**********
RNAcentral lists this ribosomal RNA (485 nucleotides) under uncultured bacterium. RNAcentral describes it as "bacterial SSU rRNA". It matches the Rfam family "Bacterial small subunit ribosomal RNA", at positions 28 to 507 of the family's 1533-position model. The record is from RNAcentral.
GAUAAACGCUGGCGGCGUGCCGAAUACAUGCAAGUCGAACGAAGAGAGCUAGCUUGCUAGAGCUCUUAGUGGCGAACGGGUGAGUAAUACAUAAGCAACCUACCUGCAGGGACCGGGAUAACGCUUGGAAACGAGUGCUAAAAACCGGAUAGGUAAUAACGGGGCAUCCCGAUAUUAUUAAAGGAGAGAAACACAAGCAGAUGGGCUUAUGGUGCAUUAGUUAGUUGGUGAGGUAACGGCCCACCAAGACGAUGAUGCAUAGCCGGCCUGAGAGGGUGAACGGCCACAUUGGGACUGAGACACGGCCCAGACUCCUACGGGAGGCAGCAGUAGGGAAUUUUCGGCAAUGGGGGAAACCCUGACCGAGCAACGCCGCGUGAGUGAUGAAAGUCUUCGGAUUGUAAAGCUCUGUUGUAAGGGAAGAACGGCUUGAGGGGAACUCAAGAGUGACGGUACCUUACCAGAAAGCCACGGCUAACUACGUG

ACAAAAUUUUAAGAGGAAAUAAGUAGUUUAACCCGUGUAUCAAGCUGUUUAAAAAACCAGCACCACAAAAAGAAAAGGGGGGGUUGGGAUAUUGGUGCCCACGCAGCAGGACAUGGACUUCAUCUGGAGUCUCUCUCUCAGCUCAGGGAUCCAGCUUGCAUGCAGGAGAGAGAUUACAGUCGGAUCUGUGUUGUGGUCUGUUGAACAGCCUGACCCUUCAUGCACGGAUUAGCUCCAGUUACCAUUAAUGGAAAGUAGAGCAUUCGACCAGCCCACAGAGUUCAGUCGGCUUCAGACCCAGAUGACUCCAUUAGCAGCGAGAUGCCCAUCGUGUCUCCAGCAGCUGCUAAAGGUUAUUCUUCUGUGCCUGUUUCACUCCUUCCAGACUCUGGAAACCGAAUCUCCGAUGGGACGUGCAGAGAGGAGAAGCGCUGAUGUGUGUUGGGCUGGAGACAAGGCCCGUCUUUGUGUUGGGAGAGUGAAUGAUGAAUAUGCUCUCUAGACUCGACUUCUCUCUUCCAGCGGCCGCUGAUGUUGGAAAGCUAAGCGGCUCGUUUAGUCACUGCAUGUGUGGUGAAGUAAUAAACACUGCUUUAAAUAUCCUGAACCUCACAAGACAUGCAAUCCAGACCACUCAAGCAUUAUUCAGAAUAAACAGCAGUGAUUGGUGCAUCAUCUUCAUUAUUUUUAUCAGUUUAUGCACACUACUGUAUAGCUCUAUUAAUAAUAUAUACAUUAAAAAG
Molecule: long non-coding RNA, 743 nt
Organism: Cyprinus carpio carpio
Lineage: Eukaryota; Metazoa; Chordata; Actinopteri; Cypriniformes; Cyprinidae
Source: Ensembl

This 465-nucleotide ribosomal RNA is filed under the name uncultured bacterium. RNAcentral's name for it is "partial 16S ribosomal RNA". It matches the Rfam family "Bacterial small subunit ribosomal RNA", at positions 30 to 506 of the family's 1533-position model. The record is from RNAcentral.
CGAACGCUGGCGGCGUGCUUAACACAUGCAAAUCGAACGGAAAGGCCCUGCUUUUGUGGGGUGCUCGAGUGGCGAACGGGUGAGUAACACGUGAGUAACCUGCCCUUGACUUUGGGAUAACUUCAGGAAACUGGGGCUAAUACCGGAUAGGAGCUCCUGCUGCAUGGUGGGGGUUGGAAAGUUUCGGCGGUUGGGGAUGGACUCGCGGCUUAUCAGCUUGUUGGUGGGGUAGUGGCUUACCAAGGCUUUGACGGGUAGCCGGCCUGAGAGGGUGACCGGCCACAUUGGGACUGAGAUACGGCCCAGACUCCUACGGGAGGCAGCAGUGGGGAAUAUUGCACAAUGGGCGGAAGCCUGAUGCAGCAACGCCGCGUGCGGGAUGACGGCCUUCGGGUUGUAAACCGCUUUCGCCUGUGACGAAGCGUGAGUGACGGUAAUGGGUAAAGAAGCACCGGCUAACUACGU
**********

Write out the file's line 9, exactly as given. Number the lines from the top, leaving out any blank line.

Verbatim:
CGAACGCUGGCGGCGUGCUUAACACAUGCAAAUCGAACGGAAAGGCCCUGCUUUUGUGGGGUGCUCGAGUGGCGAACGGGUGAGUAACACGUGAGUAACCUGCCCUUGACUUUGGGAUAACUUCAGGAAACUGGGGCUAAUACCGGAUAGGAGCUCCUGCUGCAUGGUGGGGGUUGGAAAGUUUCGGCGGUUGGGGAUGGACUCGCGGCUUAUCAGCUUGUUGGUGGGGUAGUGGCUUACCAAGGCUUUGACGGGUAGCCGGCCUGAGAGGGUGACCGGCCACAUUGGGACUGAGAUACGGCCCAGACUCCUACGGGAGGCAGCAGUGGGGAAUAUUGCACAAUGGGCGGAAGCCUGAUGCAGCAACGCCGCGUGCGGGAUGACGGCCUUCGGGUUGUAAACCGCUUUCGCCUGUGACGAAGCGUGAGUGACGGUAAUGGGUAAAGAAGCACCGGCUAACUACGU